Suresh Kumar Nagarwal will not talk to the press. As a serving officer in the Indian Railways, who has been relentlessly fighting corruption, he has to be extra careful not to give his detractors ammunition to use against him.
They have already tormented him enough. As an executive engineer with the Northeast Frontier Railways (NFR), he protested against the alleged rampant corruption he came across while working in Malda, West Bengal, in 2002. Far from appreciating his concern, his senior entered adverse remarks in his annual confidential report.
Nagarwal wrote to the Advisor (Vigilance), Railway Board but got a threat call soon after.
Nothing was done about the charges he had brought, but Nagarwal found himself transferred to Guwahati, where he was also denied various facilities his position entitled him to. He then wrote to the Central Vigilance Commissioner (CVC). His complaint was routinely forwarded to the Railway Board's vigilance department, the very body that had let him down earlier! Once again his identity was disclosed.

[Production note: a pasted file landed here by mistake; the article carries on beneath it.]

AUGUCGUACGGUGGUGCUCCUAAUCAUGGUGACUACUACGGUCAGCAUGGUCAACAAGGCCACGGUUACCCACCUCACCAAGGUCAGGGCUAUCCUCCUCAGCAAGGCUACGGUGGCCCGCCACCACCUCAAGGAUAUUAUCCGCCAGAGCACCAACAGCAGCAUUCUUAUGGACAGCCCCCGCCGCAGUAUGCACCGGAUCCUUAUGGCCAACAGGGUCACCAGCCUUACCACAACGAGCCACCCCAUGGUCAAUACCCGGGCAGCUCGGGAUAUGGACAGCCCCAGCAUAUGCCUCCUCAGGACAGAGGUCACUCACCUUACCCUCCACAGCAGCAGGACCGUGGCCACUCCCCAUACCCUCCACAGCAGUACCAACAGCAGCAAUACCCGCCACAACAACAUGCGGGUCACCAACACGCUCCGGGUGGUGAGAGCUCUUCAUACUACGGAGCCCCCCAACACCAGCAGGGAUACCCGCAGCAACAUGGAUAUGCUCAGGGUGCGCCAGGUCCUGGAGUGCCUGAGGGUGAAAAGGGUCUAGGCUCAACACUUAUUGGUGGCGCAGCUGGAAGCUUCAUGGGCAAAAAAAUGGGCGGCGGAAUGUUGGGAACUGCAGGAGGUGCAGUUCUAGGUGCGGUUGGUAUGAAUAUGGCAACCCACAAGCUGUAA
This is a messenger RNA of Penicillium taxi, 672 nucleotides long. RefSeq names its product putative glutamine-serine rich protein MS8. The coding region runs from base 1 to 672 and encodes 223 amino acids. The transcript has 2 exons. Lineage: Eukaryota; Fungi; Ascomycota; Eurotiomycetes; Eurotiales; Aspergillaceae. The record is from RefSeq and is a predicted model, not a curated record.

In February 2005, a news channel highlighted his struggle, which led to questions being raised in Parliament. Did it finally bring him justice? Far from it. The expose led instead to his being transferred to Northern Railways and sent to Jaipur. A chargesheet too was recently filed against him by the NFR.
"The CVC's job is not only to receive complaints but also to protect the identity of whistleblowers which it did not do," said RTI activist Arvind Kejriwal, who is supporting Nagarwal.
Confronted with details of Nagarwal's case, the Railways refused to offer any immediate response.
If you know of someone working towards upholding integrity in public life, please nominate the person for the "The Manjunath Shanmugam Integrity Award". Visit www.manjunathshanmugamtrust.org for details on the nomination process or sms your address to +91 99105 25727 for the nomination form.